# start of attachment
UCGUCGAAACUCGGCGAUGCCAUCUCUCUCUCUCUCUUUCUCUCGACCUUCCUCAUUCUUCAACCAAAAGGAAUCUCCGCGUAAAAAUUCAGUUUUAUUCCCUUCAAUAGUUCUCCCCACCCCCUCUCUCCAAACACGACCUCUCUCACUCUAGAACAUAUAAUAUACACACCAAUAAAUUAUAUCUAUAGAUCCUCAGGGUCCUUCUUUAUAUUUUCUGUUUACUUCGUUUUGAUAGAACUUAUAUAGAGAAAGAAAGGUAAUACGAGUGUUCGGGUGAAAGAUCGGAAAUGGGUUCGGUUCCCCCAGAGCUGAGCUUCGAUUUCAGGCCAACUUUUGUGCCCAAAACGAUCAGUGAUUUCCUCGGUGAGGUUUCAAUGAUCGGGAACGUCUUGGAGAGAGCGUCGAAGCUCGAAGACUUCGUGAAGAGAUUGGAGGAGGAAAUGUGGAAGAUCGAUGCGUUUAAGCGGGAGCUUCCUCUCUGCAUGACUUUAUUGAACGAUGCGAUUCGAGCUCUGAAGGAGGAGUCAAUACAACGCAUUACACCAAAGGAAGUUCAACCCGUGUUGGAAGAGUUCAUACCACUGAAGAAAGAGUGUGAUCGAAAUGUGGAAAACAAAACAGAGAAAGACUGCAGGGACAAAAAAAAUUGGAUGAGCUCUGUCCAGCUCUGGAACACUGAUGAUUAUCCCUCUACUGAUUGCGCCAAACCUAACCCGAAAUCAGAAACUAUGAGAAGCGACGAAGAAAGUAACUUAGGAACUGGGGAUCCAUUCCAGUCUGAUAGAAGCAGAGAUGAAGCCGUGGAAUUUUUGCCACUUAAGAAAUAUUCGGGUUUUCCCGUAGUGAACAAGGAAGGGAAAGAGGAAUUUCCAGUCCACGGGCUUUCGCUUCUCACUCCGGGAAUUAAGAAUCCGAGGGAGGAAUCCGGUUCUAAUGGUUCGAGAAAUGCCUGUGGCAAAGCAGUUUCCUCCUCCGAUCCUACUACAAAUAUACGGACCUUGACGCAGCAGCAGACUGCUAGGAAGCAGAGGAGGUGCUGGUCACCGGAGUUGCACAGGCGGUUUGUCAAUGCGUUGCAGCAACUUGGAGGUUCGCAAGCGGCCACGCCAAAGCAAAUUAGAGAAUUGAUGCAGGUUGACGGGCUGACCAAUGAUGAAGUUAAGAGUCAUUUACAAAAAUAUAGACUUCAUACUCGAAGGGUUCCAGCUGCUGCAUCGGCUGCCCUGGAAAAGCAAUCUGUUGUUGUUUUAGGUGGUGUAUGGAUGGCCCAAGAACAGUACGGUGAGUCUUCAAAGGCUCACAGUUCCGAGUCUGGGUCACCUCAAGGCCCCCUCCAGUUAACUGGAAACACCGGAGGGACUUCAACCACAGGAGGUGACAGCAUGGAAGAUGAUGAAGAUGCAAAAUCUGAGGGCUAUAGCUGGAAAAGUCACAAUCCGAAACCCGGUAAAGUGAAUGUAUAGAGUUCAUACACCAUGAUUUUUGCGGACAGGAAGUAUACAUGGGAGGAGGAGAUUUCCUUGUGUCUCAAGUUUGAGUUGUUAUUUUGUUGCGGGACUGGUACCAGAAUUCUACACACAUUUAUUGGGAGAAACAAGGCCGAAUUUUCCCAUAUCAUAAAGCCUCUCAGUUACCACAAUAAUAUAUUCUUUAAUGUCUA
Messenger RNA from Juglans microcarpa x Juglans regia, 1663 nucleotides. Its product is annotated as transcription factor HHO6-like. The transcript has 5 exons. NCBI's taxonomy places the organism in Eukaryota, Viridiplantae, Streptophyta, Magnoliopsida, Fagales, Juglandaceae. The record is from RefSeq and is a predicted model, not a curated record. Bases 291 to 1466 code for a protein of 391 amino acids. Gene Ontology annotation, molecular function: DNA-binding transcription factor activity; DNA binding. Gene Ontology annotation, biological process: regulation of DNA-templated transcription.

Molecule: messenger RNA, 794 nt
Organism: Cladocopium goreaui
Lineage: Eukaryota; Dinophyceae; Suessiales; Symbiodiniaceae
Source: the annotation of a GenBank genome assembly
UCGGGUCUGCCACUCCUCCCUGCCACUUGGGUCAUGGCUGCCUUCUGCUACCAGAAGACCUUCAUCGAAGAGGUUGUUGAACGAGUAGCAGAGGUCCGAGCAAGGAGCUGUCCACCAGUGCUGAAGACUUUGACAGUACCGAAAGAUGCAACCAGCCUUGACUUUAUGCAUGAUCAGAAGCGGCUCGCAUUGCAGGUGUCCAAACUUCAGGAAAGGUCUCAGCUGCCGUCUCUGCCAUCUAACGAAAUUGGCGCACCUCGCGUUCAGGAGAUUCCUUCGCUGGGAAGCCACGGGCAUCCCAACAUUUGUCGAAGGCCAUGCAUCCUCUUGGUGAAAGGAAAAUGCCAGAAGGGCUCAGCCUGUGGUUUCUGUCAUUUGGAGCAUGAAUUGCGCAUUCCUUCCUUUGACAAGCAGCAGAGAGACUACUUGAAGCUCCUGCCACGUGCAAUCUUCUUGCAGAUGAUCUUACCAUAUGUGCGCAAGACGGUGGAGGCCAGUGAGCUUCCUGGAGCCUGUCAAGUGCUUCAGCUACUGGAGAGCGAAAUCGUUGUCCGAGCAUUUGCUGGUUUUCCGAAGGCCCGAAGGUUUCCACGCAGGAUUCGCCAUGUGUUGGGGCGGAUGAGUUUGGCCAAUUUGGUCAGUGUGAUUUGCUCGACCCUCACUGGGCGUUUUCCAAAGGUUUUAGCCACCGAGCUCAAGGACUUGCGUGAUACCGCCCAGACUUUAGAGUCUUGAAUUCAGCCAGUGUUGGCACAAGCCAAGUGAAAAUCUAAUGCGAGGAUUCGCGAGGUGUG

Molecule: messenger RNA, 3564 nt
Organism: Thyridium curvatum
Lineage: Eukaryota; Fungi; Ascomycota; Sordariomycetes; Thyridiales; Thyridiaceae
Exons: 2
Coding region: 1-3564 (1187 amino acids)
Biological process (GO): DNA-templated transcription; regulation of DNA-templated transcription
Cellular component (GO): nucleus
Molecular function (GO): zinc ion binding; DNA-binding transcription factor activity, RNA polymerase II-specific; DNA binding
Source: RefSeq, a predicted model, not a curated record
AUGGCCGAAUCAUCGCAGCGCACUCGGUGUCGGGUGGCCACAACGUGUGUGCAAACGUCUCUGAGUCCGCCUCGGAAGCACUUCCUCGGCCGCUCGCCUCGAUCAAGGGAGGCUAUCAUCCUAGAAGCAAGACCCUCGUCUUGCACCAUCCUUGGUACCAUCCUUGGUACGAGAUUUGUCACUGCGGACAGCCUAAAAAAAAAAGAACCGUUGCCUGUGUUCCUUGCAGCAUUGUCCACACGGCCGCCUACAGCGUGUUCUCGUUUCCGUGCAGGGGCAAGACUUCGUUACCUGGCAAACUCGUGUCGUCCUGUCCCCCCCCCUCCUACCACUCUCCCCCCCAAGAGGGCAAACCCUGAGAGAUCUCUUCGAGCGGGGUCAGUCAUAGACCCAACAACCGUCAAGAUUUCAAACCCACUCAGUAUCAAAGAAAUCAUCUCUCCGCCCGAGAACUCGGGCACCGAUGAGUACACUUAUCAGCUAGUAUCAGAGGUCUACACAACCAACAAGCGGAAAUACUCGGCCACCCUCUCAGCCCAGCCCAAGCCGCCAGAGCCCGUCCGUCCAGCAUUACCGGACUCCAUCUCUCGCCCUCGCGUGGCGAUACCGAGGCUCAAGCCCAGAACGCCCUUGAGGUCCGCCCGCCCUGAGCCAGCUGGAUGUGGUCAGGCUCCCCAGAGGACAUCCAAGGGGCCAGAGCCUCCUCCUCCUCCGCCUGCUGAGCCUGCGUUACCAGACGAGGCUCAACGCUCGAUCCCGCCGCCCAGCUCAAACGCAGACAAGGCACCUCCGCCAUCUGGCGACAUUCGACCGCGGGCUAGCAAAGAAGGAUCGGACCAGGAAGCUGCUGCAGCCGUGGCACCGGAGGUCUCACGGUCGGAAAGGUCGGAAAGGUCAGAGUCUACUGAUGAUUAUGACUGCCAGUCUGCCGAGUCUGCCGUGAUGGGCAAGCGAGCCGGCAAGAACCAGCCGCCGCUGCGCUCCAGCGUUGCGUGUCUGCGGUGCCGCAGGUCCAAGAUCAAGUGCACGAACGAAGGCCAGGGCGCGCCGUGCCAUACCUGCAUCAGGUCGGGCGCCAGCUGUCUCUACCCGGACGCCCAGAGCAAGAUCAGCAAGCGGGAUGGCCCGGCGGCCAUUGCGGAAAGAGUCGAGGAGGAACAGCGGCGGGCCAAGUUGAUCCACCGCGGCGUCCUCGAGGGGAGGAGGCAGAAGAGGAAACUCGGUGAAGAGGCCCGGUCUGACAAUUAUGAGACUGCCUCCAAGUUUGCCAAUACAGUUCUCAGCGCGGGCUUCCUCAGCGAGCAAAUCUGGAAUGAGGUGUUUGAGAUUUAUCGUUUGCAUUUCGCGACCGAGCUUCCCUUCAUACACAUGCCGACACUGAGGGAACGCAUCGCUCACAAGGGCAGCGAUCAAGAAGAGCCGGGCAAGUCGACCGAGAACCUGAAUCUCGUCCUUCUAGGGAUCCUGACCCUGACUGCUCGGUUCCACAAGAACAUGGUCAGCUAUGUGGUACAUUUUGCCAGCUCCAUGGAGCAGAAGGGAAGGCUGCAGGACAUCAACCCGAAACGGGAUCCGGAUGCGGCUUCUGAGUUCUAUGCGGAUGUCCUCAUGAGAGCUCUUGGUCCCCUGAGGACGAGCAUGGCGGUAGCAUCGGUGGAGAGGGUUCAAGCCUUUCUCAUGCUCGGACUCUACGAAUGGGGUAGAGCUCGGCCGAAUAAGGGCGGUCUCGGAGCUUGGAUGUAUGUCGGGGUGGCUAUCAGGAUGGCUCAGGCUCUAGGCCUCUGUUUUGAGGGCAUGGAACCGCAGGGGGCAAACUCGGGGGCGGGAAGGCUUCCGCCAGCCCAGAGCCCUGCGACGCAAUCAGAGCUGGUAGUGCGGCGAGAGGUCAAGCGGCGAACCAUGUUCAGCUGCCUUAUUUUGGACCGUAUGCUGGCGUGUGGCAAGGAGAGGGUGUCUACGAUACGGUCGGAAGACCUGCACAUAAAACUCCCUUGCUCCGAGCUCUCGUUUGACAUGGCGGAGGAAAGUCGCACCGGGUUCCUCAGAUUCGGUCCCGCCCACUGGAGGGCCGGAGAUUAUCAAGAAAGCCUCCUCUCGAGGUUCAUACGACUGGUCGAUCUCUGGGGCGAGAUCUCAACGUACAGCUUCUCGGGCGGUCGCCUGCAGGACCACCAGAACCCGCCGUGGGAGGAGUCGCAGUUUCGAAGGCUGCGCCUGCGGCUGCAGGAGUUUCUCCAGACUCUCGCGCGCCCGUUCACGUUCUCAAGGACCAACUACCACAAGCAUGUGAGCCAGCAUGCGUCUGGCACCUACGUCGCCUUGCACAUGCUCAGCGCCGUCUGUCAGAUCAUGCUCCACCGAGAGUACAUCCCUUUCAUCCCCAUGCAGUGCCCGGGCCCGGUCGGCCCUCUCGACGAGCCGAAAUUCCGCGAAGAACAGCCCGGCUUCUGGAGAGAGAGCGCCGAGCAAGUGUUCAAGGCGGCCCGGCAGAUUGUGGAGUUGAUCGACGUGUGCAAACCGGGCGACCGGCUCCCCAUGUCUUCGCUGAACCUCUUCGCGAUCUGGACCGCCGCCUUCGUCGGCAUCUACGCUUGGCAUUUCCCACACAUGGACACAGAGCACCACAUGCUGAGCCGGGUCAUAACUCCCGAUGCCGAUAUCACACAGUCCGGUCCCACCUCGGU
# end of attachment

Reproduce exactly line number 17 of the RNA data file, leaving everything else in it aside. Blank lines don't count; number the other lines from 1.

AUGGCCGAAUCAUCGCAGCGCACUCGGUGUCGGGUGGCCACAACGUGUGUGCAAACGUCUCUGAGUCCGCCUCGGAAGCACUUCCUCGGCCGCUCGCCUCGAUCAAGGGAGGCUAUCAUCCUAGAAGCAAGACCCUCGUCUUGCACCAUCCUUGGUACCAUCCUUGGUACGAGAUUUGUCACUGCGGACAGCCUAAAAAAAAAAGAACCGUUGCCUGUGUUCCUUGCAGCAUUGUCCACACGGCCGCCUACAGCGUGUUCUCGUUUCCGUGCAGGGGCAAGACUUCGUUACCUGGCAAACUCGUGUCGUCCUGUCCCCCCCCCUCCUACCACUCUCCCCCCCAAGAGGGCAAACCCUGAGAGAUCUCUUCGAGCGGGGUCAGUCAUAGACCCAACAACCGUCAAGAUUUCAAACCCACUCAGUAUCAAAGAAAUCAUCUCUCCGCCCGAGAACUCGGGCACCGAUGAGUACACUUAUCAGCUAGUAUCAGAGGUCUACACAACCAACAAGCGGAAAUACUCGGCCACCCUCUCAGCCCAGCCCAAGCCGCCAGAGCCCGUCCGUCCAGCAUUACCGGACUCCAUCUCUCGCCCUCGCGUGGCGAUACCGAGGCUCAAGCCCAGAACGCCCUUGAGGUCCGCCCGCCCUGAGCCAGCUGGAUGUGGUCAGGCUCCCCAGAGGACAUCCAAGGGGCCAGAGCCUCCUCCUCCUCCGCCUGCUGAGCCUGCGUUACCAGACGAGGCUCAACGCUCGAUCCCGCCGCCCAGCUCAAACGCAGACAAGGCACCUCCGCCAUCUGGCGACAUUCGACCGCGGGCUAGCAAAGAAGGAUCGGACCAGGAAGCUGCUGCAGCCGUGGCACCGGAGGUCUCACGGUCGGAAAGGUCGGAAAGGUCAGAGUCUACUGAUGAUUAUGACUGCCAGUCUGCCGAGUCUGCCGUGAUGGGCAAGCGAGCCGGCAAGAACCAGCCGCCGCUGCGCUCCAGCGUUGCGUGUCUGCGGUGCCGCAGGUCCAAGAUCAAGUGCACGAACGAAGGCCAGGGCGCGCCGUGCCAUACCUGCAUCAGGUCGGGCGCCAGCUGUCUCUACCCGGACGCCCAGAGCAAGAUCAGCAAGCGGGAUGGCCCGGCGGCCAUUGCGGAAAGAGUCGAGGAGGAACAGCGGCGGGCCAAGUUGAUCCACCGCGGCGUCCUCGAGGGGAGGAGGCAGAAGAGGAAACUCGGUGAAGAGGCCCGGUCUGACAAUUAUGAGACUGCCUCCAAGUUUGCCAAUACAGUUCUCAGCGCGGGCUUCCUCAGCGAGCAAAUCUGGAAUGAGGUGUUUGAGAUUUAUCGUUUGCAUUUCGCGACCGAGCUUCCCUUCAUACACAUGCCGACACUGAGGGAACGCAUCGCUCACAAGGGCAGCGAUCAAGAAGAGCCGGGCAAGUCGACCGAGAACCUGAAUCUCGUCCUUCUAGGGAUCCUGACCCUGACUGCUCGGUUCCACAAGAACAUGGUCAGCUAUGUGGUACAUUUUGCCAGCUCCAUGGAGCAGAAGGGAAGGCUGCAGGACAUCAACCCGAAACGGGAUCCGGAUGCGGCUUCUGAGUUCUAUGCGGAUGUCCUCAUGAGAGCUCUUGGUCCCCUGAGGACGAGCAUGGCGGUAGCAUCGGUGGAGAGGGUUCAAGCCUUUCUCAUGCUCGGACUCUACGAAUGGGGUAGAGCUCGGCCGAAUAAGGGCGGUCUCGGAGCUUGGAUGUAUGUCGGGGUGGCUAUCAGGAUGGCUCAGGCUCUAGGCCUCUGUUUUGAGGGCAUGGAACCGCAGGGGGCAAACUCGGGGGCGGGAAGGCUUCCGCCAGCCCAGAGCCCUGCGACGCAAUCAGAGCUGGUAGUGCGGCGAGAGGUCAAGCGGCGAACCAUGUUCAGCUGCCUUAUUUUGGACCGUAUGCUGGCGUGUGGCAAGGAGAGGGUGUCUACGAUACGGUCGGAAGACCUGCACAUAAAACUCCCUUGCUCCGAGCUCUCGUUUGACAUGGCGGAGGAAAGUCGCACCGGGUUCCUCAGAUUCGGUCCCGCCCACUGGAGGGCCGGAGAUUAUCAAGAAAGCCUCCUCUCGAGGUUCAUACGACUGGUCGAUCUCUGGGGCGAGAUCUCAACGUACAGCUUCUCGGGCGGUCGCCUGCAGGACCACCAGAACCCGCCGUGGGAGGAGUCGCAGUUUCGAAGGCUGCGCCUGCGGCUGCAGGAGUUUCUCCAGACUCUCGCGCGCCCGUUCACGUUCUCAAGGACCAACUACCACAAGCAUGUGAGCCAGCAUGCGUCUGGCACCUACGUCGCCUUGCACAUGCUCAGCGCCGUCUGUCAGAUCAUGCUCCACCGAGAGUACAUCCCUUUCAUCCCCAUGCAGUGCCCGGGCCCGGUCGGCCCUCUCGACGAGCCGAAAUUCCGCGAAGAACAGCCCGGCUUCUGGAGAGAGAGCGCCGAGCAAGUGUUCAAGGCGGCCCGGCAGAUUGUGGAGUUGAUCGACGUGUGCAAACCGGGCGACCGGCUCCCCAUGUCUUCGCUGAACCUCUUCGCGAUCUGGACCGCCGCCUUCGUCGGCAUCUACGCUUGGCAUUUCCCACACAUGGACACAGAGCACCACAUGCUGAGCCGGGUCAUAACUCCCGAUGCCGAUAUCACACAGUCCGGUCCCACCUCGGU